• Yes there are few ways. The simplest is just select the column and view contents. I will look up the other and post it Monday.

    • If I do this: “select f.* from json_demo, table(flatten(v)) f;” it dumps the contents of the variant into multiple rows – one row for each element in the document with a label and a value. For an array element, it gives the name of the array and the value is the contents of the array. It only goes one level down so it does not break out arrays within the array into separate rows. There is a RECURSIVE option that I am told will help. Still researching how to use that properly.

    • Keith – Okay got it – with recursive you can see the entire structure of a JSON document (i.e., the content of the variant column). Keep in mind that each row could (in theory) have a different structure.

      select path
      from json_demo, lateral flatten(v, recursive=>TRUE) a

      The output from my example looks like this:


      So not only does it dump the structure and show the hierarchy, but it also counts out the number of values in an array (probably not what you want if there are hundreds of values). If I add “value” to the select, you get the data in each of those levels as well:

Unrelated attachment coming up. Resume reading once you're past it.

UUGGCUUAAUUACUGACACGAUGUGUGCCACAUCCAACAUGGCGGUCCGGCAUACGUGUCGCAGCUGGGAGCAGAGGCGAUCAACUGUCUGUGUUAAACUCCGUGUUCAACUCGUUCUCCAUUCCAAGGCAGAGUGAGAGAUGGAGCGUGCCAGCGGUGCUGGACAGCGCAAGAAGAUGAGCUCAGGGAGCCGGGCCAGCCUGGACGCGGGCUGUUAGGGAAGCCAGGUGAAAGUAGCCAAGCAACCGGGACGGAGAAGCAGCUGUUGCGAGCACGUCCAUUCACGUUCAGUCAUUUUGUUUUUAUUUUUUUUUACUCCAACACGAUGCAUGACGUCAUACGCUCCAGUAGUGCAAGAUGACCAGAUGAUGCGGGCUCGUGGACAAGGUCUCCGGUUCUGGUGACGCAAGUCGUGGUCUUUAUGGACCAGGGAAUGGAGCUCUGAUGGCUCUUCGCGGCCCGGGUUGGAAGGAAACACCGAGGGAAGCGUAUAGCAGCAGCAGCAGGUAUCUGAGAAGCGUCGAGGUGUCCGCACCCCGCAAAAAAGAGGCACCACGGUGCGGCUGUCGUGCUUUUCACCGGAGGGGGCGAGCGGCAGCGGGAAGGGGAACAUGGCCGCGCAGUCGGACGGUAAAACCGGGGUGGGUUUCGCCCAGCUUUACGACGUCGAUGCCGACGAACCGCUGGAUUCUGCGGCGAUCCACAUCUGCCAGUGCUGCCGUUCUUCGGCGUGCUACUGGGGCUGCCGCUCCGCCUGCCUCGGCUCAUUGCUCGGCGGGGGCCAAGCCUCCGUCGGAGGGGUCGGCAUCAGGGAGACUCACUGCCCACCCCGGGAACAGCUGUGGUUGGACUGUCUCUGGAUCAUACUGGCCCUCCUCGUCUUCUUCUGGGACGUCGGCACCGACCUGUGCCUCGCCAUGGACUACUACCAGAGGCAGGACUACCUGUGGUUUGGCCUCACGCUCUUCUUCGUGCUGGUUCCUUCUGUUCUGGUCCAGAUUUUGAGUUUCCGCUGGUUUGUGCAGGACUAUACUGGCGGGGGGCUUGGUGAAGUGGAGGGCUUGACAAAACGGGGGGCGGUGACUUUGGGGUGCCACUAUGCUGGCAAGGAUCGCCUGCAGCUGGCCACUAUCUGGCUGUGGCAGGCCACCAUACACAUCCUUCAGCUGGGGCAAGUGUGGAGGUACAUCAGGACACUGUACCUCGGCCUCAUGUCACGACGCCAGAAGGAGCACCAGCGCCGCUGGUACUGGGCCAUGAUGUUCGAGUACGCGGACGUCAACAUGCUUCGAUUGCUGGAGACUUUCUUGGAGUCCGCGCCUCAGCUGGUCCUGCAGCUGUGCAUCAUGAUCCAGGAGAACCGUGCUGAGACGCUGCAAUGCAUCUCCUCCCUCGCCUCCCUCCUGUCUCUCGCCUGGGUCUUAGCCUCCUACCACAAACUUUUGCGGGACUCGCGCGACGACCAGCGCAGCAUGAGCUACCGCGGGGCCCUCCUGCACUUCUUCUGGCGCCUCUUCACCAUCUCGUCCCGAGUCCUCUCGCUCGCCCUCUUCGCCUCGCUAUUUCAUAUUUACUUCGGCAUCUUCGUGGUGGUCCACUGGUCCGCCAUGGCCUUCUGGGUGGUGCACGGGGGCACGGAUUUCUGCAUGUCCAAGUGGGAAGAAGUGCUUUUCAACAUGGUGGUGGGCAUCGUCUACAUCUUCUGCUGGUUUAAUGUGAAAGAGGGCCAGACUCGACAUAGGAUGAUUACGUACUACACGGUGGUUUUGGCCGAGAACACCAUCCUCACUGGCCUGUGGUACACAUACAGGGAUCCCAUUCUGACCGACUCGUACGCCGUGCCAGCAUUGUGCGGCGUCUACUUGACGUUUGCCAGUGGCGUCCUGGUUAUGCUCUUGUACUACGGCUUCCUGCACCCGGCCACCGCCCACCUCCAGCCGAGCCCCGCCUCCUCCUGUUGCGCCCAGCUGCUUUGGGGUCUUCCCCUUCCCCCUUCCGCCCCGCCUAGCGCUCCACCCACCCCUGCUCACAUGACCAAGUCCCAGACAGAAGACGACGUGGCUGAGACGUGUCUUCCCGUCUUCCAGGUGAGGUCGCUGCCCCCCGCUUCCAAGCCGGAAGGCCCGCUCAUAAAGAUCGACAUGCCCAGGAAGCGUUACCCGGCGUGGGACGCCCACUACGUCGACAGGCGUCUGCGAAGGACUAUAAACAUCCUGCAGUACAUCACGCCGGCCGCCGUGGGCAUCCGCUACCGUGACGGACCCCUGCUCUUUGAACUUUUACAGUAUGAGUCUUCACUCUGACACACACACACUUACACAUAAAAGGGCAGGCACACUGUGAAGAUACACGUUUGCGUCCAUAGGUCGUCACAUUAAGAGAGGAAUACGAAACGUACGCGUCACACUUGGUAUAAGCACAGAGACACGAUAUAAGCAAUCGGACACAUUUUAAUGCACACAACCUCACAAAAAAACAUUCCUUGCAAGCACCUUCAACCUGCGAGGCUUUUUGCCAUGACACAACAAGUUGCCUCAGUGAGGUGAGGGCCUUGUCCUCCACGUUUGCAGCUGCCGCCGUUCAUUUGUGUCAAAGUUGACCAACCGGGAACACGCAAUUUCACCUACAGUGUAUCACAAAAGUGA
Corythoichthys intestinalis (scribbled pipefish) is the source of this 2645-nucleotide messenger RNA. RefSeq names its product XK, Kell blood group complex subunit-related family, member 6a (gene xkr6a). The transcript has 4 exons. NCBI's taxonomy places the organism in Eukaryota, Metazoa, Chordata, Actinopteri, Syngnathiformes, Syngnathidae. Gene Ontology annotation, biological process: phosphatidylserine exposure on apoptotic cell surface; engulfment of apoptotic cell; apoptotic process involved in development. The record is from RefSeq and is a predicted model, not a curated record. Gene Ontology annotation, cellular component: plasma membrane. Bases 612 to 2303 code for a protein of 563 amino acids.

age 42
      children [ { “age”: “10”, “gender”: “Male”, “name”: “Jayden” }, { “age”: “8”, “gender”: “Female”, “name”: “Emma” }, { “age”: “6”, “gender”: “Female”, “name”: “M…
      children[0] { “age”: “10”, “gender”: “Male”, “name”: “Jayden” }
      children[0].age “10”
      children[0].gender “Male”
      children[0].name “Jayden”
      children[1] { “age”: “8”, “gender”: “Female”, “name”: “Emma” }
      children[1].age “8”
      children[1].gender “Female”
      children[1].name “Emma”

      I assume you are thinking there may be a way to write a dynamic SQL to perhaps automatically generate a create table statement that would represent the document schema? I think you can using “with” and the flatten recursive option. We are ANSI SQL compliant. 🙂